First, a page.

Now, by the time this happens in Judges 1, the Philistines were a minority. The ones who controlled Gaza, Ashkelon, and Ekron were Canaanites. And, the Philistines had embedded themselves into Canaanite culture at the time, but it shows you that the Canaanites and the Philistines at this time—a couple hundred years before Samson—already had iron chariots, and were already that much superior to the Israelites.
In I Samuel, the situation did not really change very much. This is during the time of Saul, which is probably within 20 or 30 years from the time of Samson.
I Samuel 13:15 ...And Saul numbered the people present with him, about six hundred men.
This was the extent of the Israelite army at this point during the time of Saul—six hundred men.
Now, we will see just how bad it really was.
I Samuel 13:19-22 Now there was no blacksmith to be found throughout all the land of Israel, for the Philistines said, "Lest the Hebrews make swords or spears." But all the Israelites would go down to the Philistines to sharpen each man's plowshare (actually a plow-point), his mattock, his ax, and his sickle; and the charge for a sharpening was a pim for the plowshares, the mattocks, the forks, and the axes, and to set the points of the goads (a metal pointed stick). So it came about, on the day of battle, that there was neither sword nor spear found in the hand of any of the people who were with Saul and Jonathan. But [except] they were found with Saul and Jonathan his son.
What did we just see here? That among 600 soldiers and men of Israel, there were only two swords, and perhaps only two spears. What were the rest of them to fight with? Maybe they were going to throw their shoes at them. I do not know. But, it sounds like they used their goads, mattocks, axes, and maybe even their plow-points—fighting with their farm implements. That is all that they had.
The Philistines had iron or steel swords, and spears. They had iron chariots. Remembering Goliath's armor, they had bronze armor plates and rings, greaves, and were well outfitted. The Israelites had the clothes on their back, and their farm implements. That was the difference in their cultures and warfare.
Now the Philistines had all this equipment because they had a militaristic culture. They were a warlike people. To give you some more background, remember that last time I said that they were from the region of the Aegean Sea, Minoa, and Crete. They were Greek in culture. We do not know why they left for sure. It might have been a volcano, or famine. Or maybe the Mycenaean culture of Dysius, Agamemnon, Achilles, and others was coming apart, because if they have the date of the Fall of Troy correct, 1200 BC, then this was just about the time that the Philistines ended up in Canaan. And that war, if it happened, because we still do not know how much fact and fiction there is in what Homer wrote, the Aegean War left behind a dark age in Greece. It killed the cream of the crop of their leadership, and it would have naturally led to other problems as the consequence of war.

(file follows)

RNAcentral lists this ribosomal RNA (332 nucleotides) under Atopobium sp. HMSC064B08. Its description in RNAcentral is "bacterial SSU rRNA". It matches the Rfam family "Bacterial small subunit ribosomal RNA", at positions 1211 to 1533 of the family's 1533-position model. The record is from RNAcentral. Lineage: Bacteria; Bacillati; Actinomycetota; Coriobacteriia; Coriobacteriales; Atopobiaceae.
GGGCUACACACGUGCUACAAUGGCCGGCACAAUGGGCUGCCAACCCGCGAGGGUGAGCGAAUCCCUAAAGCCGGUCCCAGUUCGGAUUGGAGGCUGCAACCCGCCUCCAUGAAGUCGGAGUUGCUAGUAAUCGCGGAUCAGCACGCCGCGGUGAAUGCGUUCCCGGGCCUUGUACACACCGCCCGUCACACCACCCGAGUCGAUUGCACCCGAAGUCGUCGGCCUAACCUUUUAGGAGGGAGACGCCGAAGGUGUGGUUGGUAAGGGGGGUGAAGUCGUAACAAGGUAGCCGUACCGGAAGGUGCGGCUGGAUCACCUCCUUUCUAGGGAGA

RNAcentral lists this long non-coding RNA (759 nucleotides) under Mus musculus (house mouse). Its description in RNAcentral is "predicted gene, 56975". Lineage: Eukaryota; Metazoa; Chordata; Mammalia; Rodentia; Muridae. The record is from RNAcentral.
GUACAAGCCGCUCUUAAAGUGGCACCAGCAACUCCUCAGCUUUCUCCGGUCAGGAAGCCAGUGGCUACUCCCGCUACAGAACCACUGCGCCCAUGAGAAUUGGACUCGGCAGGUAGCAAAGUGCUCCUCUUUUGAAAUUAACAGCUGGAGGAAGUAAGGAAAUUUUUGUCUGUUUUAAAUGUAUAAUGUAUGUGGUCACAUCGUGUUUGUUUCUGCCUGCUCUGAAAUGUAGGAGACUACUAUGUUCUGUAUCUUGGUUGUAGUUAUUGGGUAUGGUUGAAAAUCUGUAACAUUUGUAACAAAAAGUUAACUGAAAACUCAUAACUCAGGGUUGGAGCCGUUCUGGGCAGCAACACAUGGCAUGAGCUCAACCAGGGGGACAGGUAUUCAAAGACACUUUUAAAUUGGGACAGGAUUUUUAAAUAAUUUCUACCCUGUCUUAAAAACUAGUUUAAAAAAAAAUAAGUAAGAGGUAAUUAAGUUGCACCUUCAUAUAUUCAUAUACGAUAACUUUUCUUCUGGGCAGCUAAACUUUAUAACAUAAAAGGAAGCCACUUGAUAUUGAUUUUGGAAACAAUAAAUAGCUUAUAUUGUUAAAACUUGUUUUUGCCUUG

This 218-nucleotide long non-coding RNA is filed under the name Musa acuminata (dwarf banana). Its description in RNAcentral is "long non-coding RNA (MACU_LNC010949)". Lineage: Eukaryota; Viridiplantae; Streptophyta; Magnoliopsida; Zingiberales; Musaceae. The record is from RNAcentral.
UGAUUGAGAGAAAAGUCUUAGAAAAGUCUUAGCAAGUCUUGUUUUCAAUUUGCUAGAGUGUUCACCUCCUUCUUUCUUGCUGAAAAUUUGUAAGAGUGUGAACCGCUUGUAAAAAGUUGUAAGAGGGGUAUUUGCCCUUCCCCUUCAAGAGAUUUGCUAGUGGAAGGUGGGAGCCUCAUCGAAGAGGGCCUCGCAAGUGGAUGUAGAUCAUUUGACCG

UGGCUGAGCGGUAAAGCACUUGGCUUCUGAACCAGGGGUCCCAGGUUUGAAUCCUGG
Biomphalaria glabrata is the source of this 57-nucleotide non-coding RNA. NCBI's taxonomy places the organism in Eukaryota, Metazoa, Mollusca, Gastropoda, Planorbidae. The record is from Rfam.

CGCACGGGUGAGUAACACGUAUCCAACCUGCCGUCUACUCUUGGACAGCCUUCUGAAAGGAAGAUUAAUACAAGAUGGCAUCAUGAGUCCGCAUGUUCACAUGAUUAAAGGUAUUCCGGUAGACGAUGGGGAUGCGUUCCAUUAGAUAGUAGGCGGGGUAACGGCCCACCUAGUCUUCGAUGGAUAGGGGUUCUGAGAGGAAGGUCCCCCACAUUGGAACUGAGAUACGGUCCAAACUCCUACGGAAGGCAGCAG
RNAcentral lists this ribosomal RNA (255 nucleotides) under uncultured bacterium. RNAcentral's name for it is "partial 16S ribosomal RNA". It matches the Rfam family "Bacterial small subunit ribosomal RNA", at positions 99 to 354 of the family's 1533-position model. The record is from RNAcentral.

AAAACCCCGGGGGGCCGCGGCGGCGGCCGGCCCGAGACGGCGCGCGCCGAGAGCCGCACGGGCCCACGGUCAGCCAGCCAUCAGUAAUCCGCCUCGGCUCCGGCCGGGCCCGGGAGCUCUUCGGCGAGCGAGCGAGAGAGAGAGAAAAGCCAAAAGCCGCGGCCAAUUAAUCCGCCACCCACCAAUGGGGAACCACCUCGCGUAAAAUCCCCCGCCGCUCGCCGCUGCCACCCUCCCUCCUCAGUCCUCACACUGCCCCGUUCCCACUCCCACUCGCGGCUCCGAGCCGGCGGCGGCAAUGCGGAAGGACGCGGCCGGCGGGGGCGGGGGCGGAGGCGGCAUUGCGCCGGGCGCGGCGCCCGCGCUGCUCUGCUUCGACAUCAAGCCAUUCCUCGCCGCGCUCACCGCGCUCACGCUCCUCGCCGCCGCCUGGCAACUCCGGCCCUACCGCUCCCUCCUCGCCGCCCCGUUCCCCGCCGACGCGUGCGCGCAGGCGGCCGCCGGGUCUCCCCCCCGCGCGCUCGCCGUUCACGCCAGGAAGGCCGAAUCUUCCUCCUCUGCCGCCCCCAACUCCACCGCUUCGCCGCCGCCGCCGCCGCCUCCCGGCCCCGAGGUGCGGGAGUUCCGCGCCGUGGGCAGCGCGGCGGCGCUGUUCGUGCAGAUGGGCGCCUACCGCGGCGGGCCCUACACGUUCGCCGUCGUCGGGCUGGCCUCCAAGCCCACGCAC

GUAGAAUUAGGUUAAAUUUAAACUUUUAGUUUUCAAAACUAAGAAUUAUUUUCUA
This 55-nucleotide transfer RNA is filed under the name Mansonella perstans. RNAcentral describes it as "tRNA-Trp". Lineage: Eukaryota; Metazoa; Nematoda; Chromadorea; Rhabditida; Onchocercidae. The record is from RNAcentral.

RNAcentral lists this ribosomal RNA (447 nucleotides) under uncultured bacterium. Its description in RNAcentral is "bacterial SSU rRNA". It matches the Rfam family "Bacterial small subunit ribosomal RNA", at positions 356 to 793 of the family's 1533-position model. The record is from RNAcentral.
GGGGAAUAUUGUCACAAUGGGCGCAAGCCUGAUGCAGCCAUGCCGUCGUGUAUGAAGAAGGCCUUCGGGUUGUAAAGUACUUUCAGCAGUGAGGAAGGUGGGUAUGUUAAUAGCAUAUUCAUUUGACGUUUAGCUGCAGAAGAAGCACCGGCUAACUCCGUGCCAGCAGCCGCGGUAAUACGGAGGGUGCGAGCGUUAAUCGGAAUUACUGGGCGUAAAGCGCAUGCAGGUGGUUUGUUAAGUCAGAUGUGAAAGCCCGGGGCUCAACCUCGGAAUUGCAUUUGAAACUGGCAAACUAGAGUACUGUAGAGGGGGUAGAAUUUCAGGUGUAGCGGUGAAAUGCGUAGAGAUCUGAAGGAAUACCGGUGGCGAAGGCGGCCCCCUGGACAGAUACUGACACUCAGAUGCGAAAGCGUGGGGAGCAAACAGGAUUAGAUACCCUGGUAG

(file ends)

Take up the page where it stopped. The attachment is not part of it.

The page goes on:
I am not saying that there definitely is a material link between the Fall of Troy, and the coming of the Philistines into Canaan, but it is that sort of thing that might have driven them out of Greece.
Anyway, this portion of the Sea Peoples (as historians like to call them) became homeless (for whatever reason) and began migrating. First they took out the great Hittite Empire in Asia Minor. But they did not stop there. For some reason, they were not satisfied with that area, so they migrated down the coast of the Mediterranean Sea, conquering all the way down to the border with Egypt.
This shows you just how warlike they were. They just rolled over all those people all the way down the coast. They did this in just a few years.
Then they reached the borders of Egypt, and they said, "Let us take Egypt too." And so they got into their ships, and they advanced on Egypt. They invaded the Nile delta. The Pharaoh at the time was named Rameses—a typical Pharaohtic name—Rameses III. He was strong enough to repel the Sea People. And, that is about it. The war devastated Egypt's power, but it devastated the Sea People's more.
So, he took them captive—all the Sea People—he settled some among his own people. Remember from last time, the Sea People—the Philistines—were also descended of Mizraim. So, they were a related people. They were of the same ethnic background. Others of them—he did this by tribe as best we understand—he took one tribe and separated them off from the others, and put them in one place in Egyptian territory, and he took another tribe and put them somewhere else in Egyptian territory, far away so that they could not get together and do their normal marauding; and then he took still other tribes and put them elsewhere. He took the Philistines and made them his mercenaries to man the garrisons of southern Canaan. And he did that probably because there were already Philistines there. And so he decided to put them all together in southern Canaan in the cities of Gaza, Ashkelon, Ekron, and the other two of the five cities of the Philistines called the Pentapolis.